By Betty Coffman, UofL News
LOUISVILLE, Ky. — An important mission of the Christina Lee Brown Envirome Institute at the University of Louisville is to encourage citizens to participate in research to understand and improve the health of our community. A new online data resource hosted by the Envirome Institute will allow citizen scientists and researchers to access and contribute to public knowledge about the health of the air, water and soil in Greater Louisville.
Louisville Data Commons is a new online data repository available to anyone interested in the state of our local environment or involved in citizen science or related data-gathering projects.
“For many years, we have been fortunate to have a strong Metro Government open data portal, a resource for sharing data gathered by the city. However, there is not a place to store and review data gathered by citizens that could ultimately help us gain a better understanding of our city,” said Ted Smith, PhD, director of the Center for Healthy Air, Water and Soil of the UofL Envirome Institute.
“The growth of citizen science and the excitement around low-cost sensors has highlighted the great need to have a place where information gathered by our community, in our community, about our community can be made available to our whole community and governed by our community,” Smith said.
To provide credibility for the data, Louisville Data Commons is hosted by the Envirome Institute and governed by a volunteer board of community members. These community members will ensure the data sets maintained on the site are reliable, objective and useful to researchers. Members of the volunteer board will review data submitted by the public or non-profit organizations prior to making it available within the portal.
An example of the need for objective third-party validation of data is the recently released odor-reporting app, “Smell My City.” Members of the community expressed concern whether the data could be altered and sought assurance that the data was protected. Louisville Data Commons now archives reports from Smell My City that has been validated by a public process and maintained for future research by anyone using the portal.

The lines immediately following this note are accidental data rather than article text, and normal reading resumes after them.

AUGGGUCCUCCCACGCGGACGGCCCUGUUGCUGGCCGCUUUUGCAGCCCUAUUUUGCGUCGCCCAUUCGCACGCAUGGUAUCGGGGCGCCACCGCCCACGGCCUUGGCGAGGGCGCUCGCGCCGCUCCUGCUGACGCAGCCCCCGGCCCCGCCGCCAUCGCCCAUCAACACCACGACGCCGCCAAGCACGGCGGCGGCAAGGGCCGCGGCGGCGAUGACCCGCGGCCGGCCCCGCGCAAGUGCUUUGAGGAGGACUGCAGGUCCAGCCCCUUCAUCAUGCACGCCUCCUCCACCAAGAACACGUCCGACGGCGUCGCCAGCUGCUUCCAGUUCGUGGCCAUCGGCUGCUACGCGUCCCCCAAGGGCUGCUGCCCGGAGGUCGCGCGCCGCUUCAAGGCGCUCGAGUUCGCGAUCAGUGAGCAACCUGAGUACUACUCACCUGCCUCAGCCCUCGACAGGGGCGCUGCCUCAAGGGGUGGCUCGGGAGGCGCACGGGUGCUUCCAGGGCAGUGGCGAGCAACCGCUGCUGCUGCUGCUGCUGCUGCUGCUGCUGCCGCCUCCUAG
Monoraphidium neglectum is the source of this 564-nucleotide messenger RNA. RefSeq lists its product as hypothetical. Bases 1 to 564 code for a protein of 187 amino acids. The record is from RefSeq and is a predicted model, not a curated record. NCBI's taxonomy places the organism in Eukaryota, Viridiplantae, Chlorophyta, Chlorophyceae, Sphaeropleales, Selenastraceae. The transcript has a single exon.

Other sources of data will include information gathered by Brightside and Internet of Things sensors, as well as local environmental information provided by the federal government. As more residents discover new things to measure and share in the future, additional data can be held and shared on this portal.
“Louisville Data Commons is a great example of educational institutions, community partners and Louisville Metro Government working together to create a new tool to help local innovators change lives for the better,” said Louisville Mayor Greg Fischer. “That’s the type of collaboration and focus on big ideas that we need as we work to become a city where everyone has the opportunity to reach their full potential.”
Data may be uploaded to LouisvilleDataCommons.org by individuals, citizen scientists or non-profit organizations and may include information related to sensor projects, air or water quality, weather, odors, noise or other community health characteristics. Other data related to the city of Louisville also may be approved. The data is reviewed by at least two members of the Louisville Data Commons committee prior to being published to ensure validity and appropriateness.
The current Louisville Data Commons committee includes Smith, Grace Simrall, chief of civic innovation and technology for Louisville Metro Government, Aaron Drake, a technology consultant, and Nur Ozgener, a Brightside board member.
“Louisville Metro Government is proud to be a part of the Louisville Data Commons. We are focused on using innovation to address the challenges residents face each day and on expanding access to the digital tools and skills of the future,” Simrall said. “As we work toward these goals, the community needs access to data and good partners.”
The Louisville Data Commons portal uses open source data portal platform CKAN.